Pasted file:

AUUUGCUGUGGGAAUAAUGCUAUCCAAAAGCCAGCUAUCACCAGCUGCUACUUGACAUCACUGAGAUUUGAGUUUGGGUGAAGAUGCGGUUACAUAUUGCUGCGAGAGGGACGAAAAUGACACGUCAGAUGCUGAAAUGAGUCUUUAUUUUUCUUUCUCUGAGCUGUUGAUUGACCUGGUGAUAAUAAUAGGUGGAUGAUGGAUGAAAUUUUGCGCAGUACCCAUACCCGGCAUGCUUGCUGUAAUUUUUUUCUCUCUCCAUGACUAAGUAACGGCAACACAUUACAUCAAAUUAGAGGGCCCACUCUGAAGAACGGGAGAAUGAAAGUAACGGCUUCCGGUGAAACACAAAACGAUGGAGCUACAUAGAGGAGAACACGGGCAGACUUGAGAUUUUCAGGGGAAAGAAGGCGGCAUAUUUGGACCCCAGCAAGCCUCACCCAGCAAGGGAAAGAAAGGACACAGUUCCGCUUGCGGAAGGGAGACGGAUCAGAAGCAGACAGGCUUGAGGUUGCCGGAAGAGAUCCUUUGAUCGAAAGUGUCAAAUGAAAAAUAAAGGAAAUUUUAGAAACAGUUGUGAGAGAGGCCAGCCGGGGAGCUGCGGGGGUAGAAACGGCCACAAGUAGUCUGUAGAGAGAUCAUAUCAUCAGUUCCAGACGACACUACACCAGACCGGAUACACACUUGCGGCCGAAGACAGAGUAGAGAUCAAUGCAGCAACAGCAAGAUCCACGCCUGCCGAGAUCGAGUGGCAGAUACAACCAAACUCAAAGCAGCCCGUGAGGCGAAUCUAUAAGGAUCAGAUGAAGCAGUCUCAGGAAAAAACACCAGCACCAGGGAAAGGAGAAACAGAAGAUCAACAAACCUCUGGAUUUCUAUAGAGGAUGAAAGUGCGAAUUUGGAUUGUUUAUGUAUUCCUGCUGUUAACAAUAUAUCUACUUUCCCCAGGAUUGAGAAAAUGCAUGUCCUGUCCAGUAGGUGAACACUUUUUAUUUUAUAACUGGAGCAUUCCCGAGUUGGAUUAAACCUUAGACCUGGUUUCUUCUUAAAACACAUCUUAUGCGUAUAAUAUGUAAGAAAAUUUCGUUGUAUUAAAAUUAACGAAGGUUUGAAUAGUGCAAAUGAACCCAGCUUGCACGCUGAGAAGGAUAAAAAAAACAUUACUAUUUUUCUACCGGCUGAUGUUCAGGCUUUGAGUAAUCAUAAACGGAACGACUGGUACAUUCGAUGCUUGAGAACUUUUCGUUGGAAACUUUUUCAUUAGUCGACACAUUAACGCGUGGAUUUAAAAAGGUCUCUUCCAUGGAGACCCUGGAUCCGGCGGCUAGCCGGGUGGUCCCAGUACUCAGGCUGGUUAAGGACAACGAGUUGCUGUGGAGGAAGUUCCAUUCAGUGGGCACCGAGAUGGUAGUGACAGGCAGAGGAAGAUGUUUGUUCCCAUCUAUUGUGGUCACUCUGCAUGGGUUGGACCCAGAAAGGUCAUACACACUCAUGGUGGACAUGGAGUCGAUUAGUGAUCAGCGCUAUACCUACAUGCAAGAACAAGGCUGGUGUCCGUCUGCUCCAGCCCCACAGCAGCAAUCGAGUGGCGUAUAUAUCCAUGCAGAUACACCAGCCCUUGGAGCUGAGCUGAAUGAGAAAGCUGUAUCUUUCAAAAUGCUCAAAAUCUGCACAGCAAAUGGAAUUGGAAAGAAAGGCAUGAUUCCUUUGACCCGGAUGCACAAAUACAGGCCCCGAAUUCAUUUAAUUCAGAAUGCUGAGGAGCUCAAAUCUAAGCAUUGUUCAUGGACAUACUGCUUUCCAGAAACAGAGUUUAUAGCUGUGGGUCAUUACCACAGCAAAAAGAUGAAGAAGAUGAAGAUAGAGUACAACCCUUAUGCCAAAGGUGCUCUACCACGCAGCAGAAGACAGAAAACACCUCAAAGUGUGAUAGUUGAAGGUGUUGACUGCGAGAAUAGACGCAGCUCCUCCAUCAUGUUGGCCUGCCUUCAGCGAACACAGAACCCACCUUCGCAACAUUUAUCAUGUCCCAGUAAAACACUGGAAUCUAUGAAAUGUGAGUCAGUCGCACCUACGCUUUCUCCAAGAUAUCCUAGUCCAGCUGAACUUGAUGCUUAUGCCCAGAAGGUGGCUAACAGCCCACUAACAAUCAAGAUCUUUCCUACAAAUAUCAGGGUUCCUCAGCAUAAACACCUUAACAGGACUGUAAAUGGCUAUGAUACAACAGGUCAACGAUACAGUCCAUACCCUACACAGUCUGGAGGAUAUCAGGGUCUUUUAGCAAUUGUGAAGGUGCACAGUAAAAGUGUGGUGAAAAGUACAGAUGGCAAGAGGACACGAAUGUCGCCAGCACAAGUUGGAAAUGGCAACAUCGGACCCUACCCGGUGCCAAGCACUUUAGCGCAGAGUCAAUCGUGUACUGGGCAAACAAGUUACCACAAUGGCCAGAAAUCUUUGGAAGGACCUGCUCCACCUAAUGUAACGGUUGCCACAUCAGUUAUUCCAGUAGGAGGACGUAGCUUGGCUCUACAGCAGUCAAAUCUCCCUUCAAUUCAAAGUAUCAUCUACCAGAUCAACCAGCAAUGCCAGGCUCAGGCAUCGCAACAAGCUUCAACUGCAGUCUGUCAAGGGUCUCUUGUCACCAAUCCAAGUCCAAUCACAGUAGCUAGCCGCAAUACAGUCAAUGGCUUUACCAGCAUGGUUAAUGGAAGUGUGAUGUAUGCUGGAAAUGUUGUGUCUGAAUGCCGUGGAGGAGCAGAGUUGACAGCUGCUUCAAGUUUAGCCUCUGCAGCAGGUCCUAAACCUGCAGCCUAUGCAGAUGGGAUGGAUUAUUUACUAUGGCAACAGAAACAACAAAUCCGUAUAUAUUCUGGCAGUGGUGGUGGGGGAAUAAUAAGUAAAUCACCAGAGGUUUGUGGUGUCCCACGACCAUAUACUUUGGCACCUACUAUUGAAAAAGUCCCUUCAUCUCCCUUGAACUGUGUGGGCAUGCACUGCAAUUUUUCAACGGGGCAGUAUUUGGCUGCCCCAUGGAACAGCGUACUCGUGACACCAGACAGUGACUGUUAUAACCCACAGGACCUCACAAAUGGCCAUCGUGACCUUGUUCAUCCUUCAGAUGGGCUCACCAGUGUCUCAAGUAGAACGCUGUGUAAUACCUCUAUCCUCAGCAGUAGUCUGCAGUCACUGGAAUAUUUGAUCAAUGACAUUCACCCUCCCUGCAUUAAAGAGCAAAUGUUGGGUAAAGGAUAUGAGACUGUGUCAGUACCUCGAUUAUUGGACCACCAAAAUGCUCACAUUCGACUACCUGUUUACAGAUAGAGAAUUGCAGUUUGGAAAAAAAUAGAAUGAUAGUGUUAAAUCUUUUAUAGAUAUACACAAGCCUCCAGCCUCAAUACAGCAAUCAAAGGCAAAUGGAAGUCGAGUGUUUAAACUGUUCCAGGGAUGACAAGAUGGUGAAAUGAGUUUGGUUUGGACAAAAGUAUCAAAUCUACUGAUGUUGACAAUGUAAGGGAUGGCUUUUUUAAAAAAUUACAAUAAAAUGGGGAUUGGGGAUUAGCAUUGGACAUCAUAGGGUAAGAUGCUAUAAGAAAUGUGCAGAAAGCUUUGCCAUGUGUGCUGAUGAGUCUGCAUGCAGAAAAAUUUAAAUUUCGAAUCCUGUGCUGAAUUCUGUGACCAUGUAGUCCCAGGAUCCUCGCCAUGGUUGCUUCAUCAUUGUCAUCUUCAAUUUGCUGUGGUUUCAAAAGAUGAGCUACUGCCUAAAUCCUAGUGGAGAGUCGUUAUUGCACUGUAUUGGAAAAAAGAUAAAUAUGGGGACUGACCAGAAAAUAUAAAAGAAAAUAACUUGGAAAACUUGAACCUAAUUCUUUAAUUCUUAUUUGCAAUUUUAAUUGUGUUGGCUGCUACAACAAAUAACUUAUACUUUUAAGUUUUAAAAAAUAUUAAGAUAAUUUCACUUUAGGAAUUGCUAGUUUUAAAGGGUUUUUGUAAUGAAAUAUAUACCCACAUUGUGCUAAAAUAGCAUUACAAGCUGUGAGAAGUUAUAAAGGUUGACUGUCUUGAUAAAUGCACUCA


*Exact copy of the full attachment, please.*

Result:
AUUUGCUGUGGGAAUAAUGCUAUCCAAAAGCCAGCUAUCACCAGCUGCUACUUGACAUCACUGAGAUUUGAGUUUGGGUGAAGAUGCGGUUACAUAUUGCUGCGAGAGGGACGAAAAUGACACGUCAGAUGCUGAAAUGAGUCUUUAUUUUUCUUUCUCUGAGCUGUUGAUUGACCUGGUGAUAAUAAUAGGUGGAUGAUGGAUGAAAUUUUGCGCAGUACCCAUACCCGGCAUGCUUGCUGUAAUUUUUUUCUCUCUCCAUGACUAAGUAACGGCAACACAUUACAUCAAAUUAGAGGGCCCACUCUGAAGAACGGGAGAAUGAAAGUAACGGCUUCCGGUGAAACACAAAACGAUGGAGCUACAUAGAGGAGAACACGGGCAGACUUGAGAUUUUCAGGGGAAAGAAGGCGGCAUAUUUGGACCCCAGCAAGCCUCACCCAGCAAGGGAAAGAAAGGACACAGUUCCGCUUGCGGAAGGGAGACGGAUCAGAAGCAGACAGGCUUGAGGUUGCCGGAAGAGAUCCUUUGAUCGAAAGUGUCAAAUGAAAAAUAAAGGAAAUUUUAGAAACAGUUGUGAGAGAGGCCAGCCGGGGAGCUGCGGGGGUAGAAACGGCCACAAGUAGUCUGUAGAGAGAUCAUAUCAUCAGUUCCAGACGACACUACACCAGACCGGAUACACACUUGCGGCCGAAGACAGAGUAGAGAUCAAUGCAGCAACAGCAAGAUCCACGCCUGCCGAGAUCGAGUGGCAGAUACAACCAAACUCAAAGCAGCCCGUGAGGCGAAUCUAUAAGGAUCAGAUGAAGCAGUCUCAGGAAAAAACACCAGCACCAGGGAAAGGAGAAACAGAAGAUCAACAAACCUCUGGAUUUCUAUAGAGGAUGAAAGUGCGAAUUUGGAUUGUUUAUGUAUUCCUGCUGUUAACAAUAUAUCUACUUUCCCCAGGAUUGAGAAAAUGCAUGUCCUGUCCAGUAGGUGAACACUUUUUAUUUUAUAACUGGAGCAUUCCCGAGUUGGAUUAAACCUUAGACCUGGUUUCUUCUUAAAACACAUCUUAUGCGUAUAAUAUGUAAGAAAAUUUCGUUGUAUUAAAAUUAACGAAGGUUUGAAUAGUGCAAAUGAACCCAGCUUGCACGCUGAGAAGGAUAAAAAAAACAUUACUAUUUUUCUACCGGCUGAUGUUCAGGCUUUGAGUAAUCAUAAACGGAACGACUGGUACAUUCGAUGCUUGAGAACUUUUCGUUGGAAACUUUUUCAUUAGUCGACACAUUAACGCGUGGAUUUAAAAAGGUCUCUUCCAUGGAGACCCUGGAUCCGGCGGCUAGCCGGGUGGUCCCAGUACUCAGGCUGGUUAAGGACAACGAGUUGCUGUGGAGGAAGUUCCAUUCAGUGGGCACCGAGAUGGUAGUGACAGGCAGAGGAAGAUGUUUGUUCCCAUCUAUUGUGGUCACUCUGCAUGGGUUGGACCCAGAAAGGUCAUACACACUCAUGGUGGACAUGGAGUCGAUUAGUGAUCAGCGCUAUACCUACAUGCAAGAACAAGGCUGGUGUCCGUCUGCUCCAGCCCCACAGCAGCAAUCGAGUGGCGUAUAUAUCCAUGCAGAUACACCAGCCCUUGGAGCUGAGCUGAAUGAGAAAGCUGUAUCUUUCAAAAUGCUCAAAAUCUGCACAGCAAAUGGAAUUGGAAAGAAAGGCAUGAUUCCUUUGACCCGGAUGCACAAAUACAGGCCCCGAAUUCAUUUAAUUCAGAAUGCUGAGGAGCUCAAAUCUAAGCAUUGUUCAUGGACAUACUGCUUUCCAGAAACAGAGUUUAUAGCUGUGGGUCAUUACCACAGCAAAAAGAUGAAGAAGAUGAAGAUAGAGUACAACCCUUAUGCCAAAGGUGCUCUACCACGCAGCAGAAGACAGAAAACACCUCAAAGUGUGAUAGUUGAAGGUGUUGACUGCGAGAAUAGACGCAGCUCCUCCAUCAUGUUGGCCUGCCUUCAGCGAACACAGAACCCACCUUCGCAACAUUUAUCAUGUCCCAGUAAAACACUGGAAUCUAUGAAAUGUGAGUCAGUCGCACCUACGCUUUCUCCAAGAUAUCCUAGUCCAGCUGAACUUGAUGCUUAUGCCCAGAAGGUGGCUAACAGCCCACUAACAAUCAAGAUCUUUCCUACAAAUAUCAGGGUUCCUCAGCAUAAACACCUUAACAGGACUGUAAAUGGCUAUGAUACAACAGGUCAACGAUACAGUCCAUACCCUACACAGUCUGGAGGAUAUCAGGGUCUUUUAGCAAUUGUGAAGGUGCACAGUAAAAGUGUGGUGAAAAGUACAGAUGGCAAGAGGACACGAAUGUCGCCAGCACAAGUUGGAAAUGGCAACAUCGGACCCUACCCGGUGCCAAGCACUUUAGCGCAGAGUCAAUCGUGUACUGGGCAAACAAGUUACCACAAUGGCCAGAAAUCUUUGGAAGGACCUGCUCCACCUAAUGUAACGGUUGCCACAUCAGUUAUUCCAGUAGGAGGACGUAGCUUGGCUCUACAGCAGUCAAAUCUCCCUUCAAUUCAAAGUAUCAUCUACCAGAUCAACCAGCAAUGCCAGGCUCAGGCAUCGCAACAAGCUUCAACUGCAGUCUGUCAAGGGUCUCUUGUCACCAAUCCAAGUCCAAUCACAGUAGCUAGCCGCAAUACAGUCAAUGGCUUUACCAGCAUGGUUAAUGGAAGUGUGAUGUAUGCUGGAAAUGUUGUGUCUGAAUGCCGUGGAGGAGCAGAGUUGACAGCUGCUUCAAGUUUAGCCUCUGCAGCAGGUCCUAAACCUGCAGCCUAUGCAGAUGGGAUGGAUUAUUUACUAUGGCAACAGAAACAACAAAUCCGUAUAUAUUCUGGCAGUGGUGGUGGGGGAAUAAUAAGUAAAUCACCAGAGGUUUGUGGUGUCCCACGACCAUAUACUUUGGCACCUACUAUUGAAAAAGUCCCUUCAUCUCCCUUGAACUGUGUGGGCAUGCACUGCAAUUUUUCAACGGGGCAGUAUUUGGCUGCCCCAUGGAACAGCGUACUCGUGACACCAGACAGUGACUGUUAUAACCCACAGGACCUCACAAAUGGCCAUCGUGACCUUGUUCAUCCUUCAGAUGGGCUCACCAGUGUCUCAAGUAGAACGCUGUGUAAUACCUCUAUCCUCAGCAGUAGUCUGCAGUCACUGGAAUAUUUGAUCAAUGACAUUCACCCUCCCUGCAUUAAAGAGCAAAUGUUGGGUAAAGGAUAUGAGACUGUGUCAGUACCUCGAUUAUUGGACCACCAAAAUGCUCACAUUCGACUACCUGUUUACAGAUAGAGAAUUGCAGUUUGGAAAAAAAUAGAAUGAUAGUGUUAAAUCUUUUAUAGAUAUACACAAGCCUCCAGCCUCAAUACAGCAAUCAAAGGCAAAUGGAAGUCGAGUGUUUAAACUGUUCCAGGGAUGACAAGAUGGUGAAAUGAGUUUGGUUUGGACAAAAGUAUCAAAUCUACUGAUGUUGACAAUGUAAGGGAUGGCUUUUUUAAAAAAUUACAAUAAAAUGGGGAUUGGGGAUUAGCAUUGGACAUCAUAGGGUAAGAUGCUAUAAGAAAUGUGCAGAAAGCUUUGCCAUGUGUGCUGAUGAGUCUGCAUGCAGAAAAAUUUAAAUUUCGAAUCCUGUGCUGAAUUCUGUGACCAUGUAGUCCCAGGAUCCUCGCCAUGGUUGCUUCAUCAUUGUCAUCUUCAAUUUGCUGUGGUUUCAAAAGAUGAGCUACUGCCUAAAUCCUAGUGGAGAGUCGUUAUUGCACUGUAUUGGAAAAAAGAUAAAUAUGGGGACUGACCAGAAAAUAUAAAAGAAAAUAACUUGGAAAACUUGAACCUAAUUCUUUAAUUCUUAUUUGCAAUUUUAAUUGUGUUGGCUGCUACAACAAAUAACUUAUACUUUUAAGUUUUAAAAAAUAUUAAGAUAAUUUCACUUUAGGAAUUGCUAGUUUUAAAGGGUUUUUGUAAUGAAAUAUAUACCCACAUUGUGCUAAAAUAGCAUUACAAGCUGUGAGAAGUUAUAAAGGUUGACUGUCUUGAUAAAUGCACUCA